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The Tongue of the Speechless

Ordinary Sunday 23: 6th September, 2015
Rev'd Dr Hugh Kempster, Vicar of St Peter's, Eastern Hill

Isaiah 35:4-7; James 2:1-5; Mark 7:31-37

Say to those who are of a fearful heart, "Be strong, do not fear! Here is your God. He will come with vengeance, with terrible recompense. He will come and save you." Then the eyes of the blind shall be opened, and the ears of the deaf unstopped; then the lame shall leap like a deer, and the tongue of the speechless sing for joy.

These are God's word to a displaced people; words of hope to those forced to live in a foreign land. I don't know about you, but when I read this passage all I can see in my mind are the images of Syrian men, women and children fleeing their war-torn country. The humiliated man in tears writhing on the train tracks with his distraught wife and child; the column of thousands of refugees setting out to walk from Budapest to Austria; the boats dangerously packed with those desperate to seek asylum from war; the body of Syrian toddler, Aylan Kurdi, lying face-down on a beach in Turkey.

You may have heard Archbishop Justin Welby's call for help: "This is a hugely complex and wicked crisis that underlines our human frailty and the fragility of our political systems" he writes. "My heart is broken by the images and stories of men, women and children who have risked their lives to escape conflict, violence and persecution. There are no easy answers and my prayers are with those who find themselves fleeing persecution, as well as those who are struggling under immense pressure to develop an effective and equitable response. Now, perhaps more than ever in post-war Europe, we need to commit to joint action ... acknowledging our common responsibility and our common humanity."

The Archbishop calls us all to action: "As Christians we believe we are called to break down barriers, to welcome the stranger and love them as ourselves (Leviticus 19:34), and to seek the peace and justice of our God, in our world, today. With winter fast approaching and with the tragic civil war in Syria spiraling further out of control, we must all be aware that the situation could yet worsen significantly. I am encouraged by the positive role that churches, charities and international agencies are already playing, across Europe and in Syria and the surrounding areas, to meet basic humanitarian needs. These efforts may feel trivial in the face of the challenge, but if we all play our part this is a crisis that we can resolve."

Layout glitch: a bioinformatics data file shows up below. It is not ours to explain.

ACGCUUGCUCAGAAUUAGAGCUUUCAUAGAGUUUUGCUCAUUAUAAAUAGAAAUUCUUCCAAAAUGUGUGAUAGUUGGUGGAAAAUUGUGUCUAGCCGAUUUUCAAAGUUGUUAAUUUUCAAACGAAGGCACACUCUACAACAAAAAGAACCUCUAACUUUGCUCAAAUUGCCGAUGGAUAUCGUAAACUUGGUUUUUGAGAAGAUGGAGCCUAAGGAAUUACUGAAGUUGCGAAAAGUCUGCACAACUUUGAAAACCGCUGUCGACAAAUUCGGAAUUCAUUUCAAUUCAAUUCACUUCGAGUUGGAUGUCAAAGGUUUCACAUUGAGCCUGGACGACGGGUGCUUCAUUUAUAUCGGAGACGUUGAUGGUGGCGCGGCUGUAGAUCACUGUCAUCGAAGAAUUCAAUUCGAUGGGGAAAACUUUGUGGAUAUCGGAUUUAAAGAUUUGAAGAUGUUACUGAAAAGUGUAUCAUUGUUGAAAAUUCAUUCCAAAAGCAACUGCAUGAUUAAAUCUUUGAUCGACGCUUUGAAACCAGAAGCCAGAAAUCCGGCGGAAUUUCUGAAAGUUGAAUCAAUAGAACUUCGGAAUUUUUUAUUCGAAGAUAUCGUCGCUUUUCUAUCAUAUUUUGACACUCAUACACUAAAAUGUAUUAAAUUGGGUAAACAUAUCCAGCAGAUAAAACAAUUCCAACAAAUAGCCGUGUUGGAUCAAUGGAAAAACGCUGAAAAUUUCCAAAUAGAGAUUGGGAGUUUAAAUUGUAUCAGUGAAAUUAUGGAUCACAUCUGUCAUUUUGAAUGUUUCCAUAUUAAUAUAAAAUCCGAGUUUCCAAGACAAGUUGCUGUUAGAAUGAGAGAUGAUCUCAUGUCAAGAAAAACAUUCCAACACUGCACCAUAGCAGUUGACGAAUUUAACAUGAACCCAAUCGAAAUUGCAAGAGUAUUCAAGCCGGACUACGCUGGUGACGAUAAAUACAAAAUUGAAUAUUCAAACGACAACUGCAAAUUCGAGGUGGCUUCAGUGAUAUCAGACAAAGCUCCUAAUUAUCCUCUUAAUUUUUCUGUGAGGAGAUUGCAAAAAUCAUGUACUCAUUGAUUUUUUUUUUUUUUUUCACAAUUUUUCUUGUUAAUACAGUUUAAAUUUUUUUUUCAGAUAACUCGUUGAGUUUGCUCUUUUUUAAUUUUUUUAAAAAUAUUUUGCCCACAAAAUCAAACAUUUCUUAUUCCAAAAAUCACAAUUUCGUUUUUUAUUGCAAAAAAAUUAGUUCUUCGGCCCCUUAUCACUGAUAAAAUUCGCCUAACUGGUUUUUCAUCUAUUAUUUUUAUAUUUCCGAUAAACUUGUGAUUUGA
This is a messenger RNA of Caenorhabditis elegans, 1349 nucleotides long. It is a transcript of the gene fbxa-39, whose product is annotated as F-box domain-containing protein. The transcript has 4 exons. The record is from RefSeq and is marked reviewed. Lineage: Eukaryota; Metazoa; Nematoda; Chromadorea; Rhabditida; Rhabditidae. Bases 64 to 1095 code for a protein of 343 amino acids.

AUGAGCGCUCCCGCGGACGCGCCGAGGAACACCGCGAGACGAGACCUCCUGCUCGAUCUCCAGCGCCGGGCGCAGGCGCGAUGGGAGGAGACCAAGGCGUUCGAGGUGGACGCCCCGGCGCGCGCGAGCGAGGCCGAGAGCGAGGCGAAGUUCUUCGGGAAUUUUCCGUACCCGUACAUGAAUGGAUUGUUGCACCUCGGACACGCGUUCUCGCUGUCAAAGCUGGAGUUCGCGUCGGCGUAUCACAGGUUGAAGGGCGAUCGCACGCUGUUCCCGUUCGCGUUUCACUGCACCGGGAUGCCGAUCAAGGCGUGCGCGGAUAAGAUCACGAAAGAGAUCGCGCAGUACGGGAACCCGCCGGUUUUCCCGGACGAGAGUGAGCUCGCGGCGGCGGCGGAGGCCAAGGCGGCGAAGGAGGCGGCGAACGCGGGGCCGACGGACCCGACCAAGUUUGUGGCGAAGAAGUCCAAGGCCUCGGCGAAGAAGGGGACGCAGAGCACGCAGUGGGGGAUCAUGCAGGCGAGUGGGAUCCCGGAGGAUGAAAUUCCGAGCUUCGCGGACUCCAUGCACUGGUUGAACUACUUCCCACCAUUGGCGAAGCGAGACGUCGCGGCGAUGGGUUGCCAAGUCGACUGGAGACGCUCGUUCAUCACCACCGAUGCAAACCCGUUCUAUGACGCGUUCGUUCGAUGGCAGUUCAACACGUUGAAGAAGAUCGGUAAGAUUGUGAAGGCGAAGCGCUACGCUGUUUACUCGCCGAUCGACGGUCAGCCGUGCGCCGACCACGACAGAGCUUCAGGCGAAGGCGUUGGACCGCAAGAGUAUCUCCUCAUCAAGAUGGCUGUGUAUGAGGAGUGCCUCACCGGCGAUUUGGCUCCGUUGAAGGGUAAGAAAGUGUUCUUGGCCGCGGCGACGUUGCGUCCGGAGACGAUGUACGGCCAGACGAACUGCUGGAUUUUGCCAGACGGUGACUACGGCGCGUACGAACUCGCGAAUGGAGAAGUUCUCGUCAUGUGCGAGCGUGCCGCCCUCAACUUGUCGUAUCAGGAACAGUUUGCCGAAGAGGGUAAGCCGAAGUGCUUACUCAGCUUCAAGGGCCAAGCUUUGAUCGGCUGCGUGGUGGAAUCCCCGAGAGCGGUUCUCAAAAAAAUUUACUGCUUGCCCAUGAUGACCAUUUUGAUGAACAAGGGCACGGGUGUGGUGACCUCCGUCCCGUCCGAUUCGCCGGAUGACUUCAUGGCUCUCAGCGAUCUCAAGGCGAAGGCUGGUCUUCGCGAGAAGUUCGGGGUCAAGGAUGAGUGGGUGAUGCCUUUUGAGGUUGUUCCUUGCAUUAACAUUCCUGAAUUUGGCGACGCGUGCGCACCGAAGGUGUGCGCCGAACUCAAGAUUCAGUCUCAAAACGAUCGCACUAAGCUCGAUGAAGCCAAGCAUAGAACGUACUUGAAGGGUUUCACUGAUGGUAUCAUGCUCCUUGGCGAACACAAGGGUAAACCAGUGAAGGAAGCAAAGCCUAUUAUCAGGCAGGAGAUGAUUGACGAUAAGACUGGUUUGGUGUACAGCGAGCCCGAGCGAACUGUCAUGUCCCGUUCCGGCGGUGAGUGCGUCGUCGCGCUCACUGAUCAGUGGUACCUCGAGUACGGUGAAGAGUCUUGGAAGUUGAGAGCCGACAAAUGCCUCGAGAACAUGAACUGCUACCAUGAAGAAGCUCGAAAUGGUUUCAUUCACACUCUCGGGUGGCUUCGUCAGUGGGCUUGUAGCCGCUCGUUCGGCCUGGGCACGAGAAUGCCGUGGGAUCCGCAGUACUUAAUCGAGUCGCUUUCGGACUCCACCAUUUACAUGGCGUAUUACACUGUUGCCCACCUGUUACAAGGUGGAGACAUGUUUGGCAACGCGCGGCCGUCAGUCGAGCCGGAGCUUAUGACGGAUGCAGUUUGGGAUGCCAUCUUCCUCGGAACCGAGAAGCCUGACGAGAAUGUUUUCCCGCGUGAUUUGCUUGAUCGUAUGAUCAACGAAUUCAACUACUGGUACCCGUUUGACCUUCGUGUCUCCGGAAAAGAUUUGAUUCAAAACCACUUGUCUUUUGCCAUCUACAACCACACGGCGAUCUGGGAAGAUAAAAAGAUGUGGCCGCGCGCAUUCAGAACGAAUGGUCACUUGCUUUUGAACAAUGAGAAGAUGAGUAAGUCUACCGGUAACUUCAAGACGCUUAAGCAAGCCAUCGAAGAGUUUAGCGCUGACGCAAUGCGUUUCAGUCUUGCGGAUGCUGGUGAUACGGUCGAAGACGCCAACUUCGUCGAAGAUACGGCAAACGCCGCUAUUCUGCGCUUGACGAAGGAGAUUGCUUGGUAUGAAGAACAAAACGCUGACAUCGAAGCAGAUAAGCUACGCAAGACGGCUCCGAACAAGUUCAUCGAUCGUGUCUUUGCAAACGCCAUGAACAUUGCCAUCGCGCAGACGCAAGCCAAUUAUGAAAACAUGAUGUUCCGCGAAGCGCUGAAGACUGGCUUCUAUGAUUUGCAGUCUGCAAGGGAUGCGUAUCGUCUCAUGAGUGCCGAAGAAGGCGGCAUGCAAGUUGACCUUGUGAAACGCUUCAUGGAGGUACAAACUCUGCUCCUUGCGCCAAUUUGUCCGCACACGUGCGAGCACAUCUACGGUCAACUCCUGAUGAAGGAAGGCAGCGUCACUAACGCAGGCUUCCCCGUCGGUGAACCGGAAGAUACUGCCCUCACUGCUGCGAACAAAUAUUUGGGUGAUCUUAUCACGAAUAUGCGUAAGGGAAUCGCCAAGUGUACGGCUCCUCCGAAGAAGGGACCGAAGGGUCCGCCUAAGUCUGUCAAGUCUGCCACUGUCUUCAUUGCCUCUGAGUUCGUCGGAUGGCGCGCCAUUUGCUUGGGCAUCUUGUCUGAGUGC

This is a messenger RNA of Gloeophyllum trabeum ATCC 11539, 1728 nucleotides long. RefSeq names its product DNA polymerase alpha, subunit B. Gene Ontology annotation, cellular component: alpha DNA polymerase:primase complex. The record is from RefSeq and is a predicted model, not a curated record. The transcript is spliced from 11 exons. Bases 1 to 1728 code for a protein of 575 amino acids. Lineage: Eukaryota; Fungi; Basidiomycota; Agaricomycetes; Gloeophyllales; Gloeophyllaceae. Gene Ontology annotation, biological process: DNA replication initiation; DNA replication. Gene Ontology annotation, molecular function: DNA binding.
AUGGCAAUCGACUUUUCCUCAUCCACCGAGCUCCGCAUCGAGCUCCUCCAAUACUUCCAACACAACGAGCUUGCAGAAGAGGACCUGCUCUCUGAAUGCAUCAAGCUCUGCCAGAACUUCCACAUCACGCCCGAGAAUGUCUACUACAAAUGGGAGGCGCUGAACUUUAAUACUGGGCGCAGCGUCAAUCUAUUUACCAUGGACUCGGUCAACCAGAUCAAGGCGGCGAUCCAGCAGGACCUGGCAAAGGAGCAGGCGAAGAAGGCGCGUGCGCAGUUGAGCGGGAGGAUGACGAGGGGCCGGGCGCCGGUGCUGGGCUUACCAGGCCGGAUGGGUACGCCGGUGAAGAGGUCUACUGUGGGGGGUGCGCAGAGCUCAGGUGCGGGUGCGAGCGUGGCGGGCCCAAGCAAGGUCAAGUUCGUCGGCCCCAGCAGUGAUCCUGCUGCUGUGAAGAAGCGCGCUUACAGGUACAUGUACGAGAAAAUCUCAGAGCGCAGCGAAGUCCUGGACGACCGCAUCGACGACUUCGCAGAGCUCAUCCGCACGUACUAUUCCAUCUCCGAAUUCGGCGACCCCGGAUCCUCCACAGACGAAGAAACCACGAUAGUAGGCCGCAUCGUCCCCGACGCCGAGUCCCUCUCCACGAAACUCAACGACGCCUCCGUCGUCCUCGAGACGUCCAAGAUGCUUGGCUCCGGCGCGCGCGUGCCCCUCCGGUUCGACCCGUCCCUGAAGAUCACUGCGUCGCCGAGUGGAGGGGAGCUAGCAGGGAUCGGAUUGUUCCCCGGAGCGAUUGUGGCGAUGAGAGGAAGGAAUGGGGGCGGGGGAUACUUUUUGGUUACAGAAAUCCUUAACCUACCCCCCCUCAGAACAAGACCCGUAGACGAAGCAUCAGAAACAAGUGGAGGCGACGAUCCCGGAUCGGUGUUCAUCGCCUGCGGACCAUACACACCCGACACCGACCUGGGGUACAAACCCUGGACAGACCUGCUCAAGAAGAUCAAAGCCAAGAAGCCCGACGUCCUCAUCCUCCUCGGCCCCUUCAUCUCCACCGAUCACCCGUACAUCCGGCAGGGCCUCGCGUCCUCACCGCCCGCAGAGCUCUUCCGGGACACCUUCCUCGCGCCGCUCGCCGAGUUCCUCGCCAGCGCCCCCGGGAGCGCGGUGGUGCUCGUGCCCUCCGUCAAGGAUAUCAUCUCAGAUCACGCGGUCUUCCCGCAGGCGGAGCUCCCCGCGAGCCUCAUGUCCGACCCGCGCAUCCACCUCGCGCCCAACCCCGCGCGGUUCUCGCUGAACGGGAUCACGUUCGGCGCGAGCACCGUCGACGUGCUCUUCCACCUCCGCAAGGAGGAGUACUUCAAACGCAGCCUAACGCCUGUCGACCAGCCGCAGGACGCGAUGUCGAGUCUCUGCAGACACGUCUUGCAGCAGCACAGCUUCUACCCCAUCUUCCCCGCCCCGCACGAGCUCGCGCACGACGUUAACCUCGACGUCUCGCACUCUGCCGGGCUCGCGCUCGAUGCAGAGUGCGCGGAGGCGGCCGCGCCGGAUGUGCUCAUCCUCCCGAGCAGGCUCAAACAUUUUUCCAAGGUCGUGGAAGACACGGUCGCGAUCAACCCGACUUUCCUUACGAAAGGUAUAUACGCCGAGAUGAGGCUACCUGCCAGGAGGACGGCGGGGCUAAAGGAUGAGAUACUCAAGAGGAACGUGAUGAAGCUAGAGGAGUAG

Here in Australia we too can feel powerless; the sheer size of the problem is unimaginable. Over the past five years an estimated 4 million people have been forced to flee the war in Syria as refugees, 1.6 million of these people are children. Internally there are 7.6 million displaced people. But there are things we can and should do. Our own Bp Philip Huggins, chair of the church working group on refugees and asylum seekers, has called for Australia to accept another 10,000 Syrian refugees before Christmas. That is something each one of us here can get behind. We could each write a letter to our federal MP urging compassion and a generous Government response to the crisis. And we ourselves can give money to the relief efforts; I am sure that many of you have done so already. There will be a retiring collection after each service today for the relief work of the UNHCR — United Nations Refugee Agency. It might seem like a drop in the ocean, but each "drop" is a human being, and many are children. We really should do what ever we can.

Again and again the gospels tell of Jesus surrounded by needy people. He didn't wave a magic wand and heal them all in one dramatic gesture of power. He was after all, like us, just one human being. But what he did was to offer compassion to one person at a time. In today's reading from Mark we hear of the healing of the deaf and dumb man. This act of kindness transformed the man's life, but it was also a symbol of something far greater. Isaiah's prophecy was being fulfilled. This was a Messianic act. And now, today, similar Messianic acts are for us to perform as followers of Christ. Perhaps it is our ears that need to be unstopped, so that we can hear the cries of those in need. Perhaps it is our tongue that should be released to speak prophetic words into a cold and heartless world.

There is a beautiful story of an American theologian, Chuck Campbell, who taught preaching at Columbia Seminary in Georgia. He would take his students to the Open Door Shelter for homeless people in downtown Atlanta, and teach them to preach there, among some of the most needy people in town. One day he was leading worship in front of the shelter, it was rush-hour, and the noise of the traffic made it hard to be heard. In the middle of the service, his plans were interrupted. "I noticed one homeless man waving to me and pointing to himself," he recounts. "I was surprised when I saw him for the man can neither hear nor speak and is normally very reserved. But there he was, eager to do something. He stepped into the middle of the circle, bowed his head in silence, and began to sign a hymn for us. It was beautiful, like a dance . . .. In that moment our notions of 'abled' and 'disabled' were turned upside down. The rest of us had been shouting to be heard, but the noise was no problem for our friend . . .. Our worship became a token of the resurrection in the midst of the powers of death, a glimpse of God's beloved community."

Say to those who are of a fearful heart, "Be strong, do not fear! Here is your God. He will come with vengeance, with terrible recompense. He will come and save you." Then the eyes of the blind shall be opened, and the ears of the deaf unstopped; then the lame shall leap like a deer, and the tongue of the speechless sing for joy.


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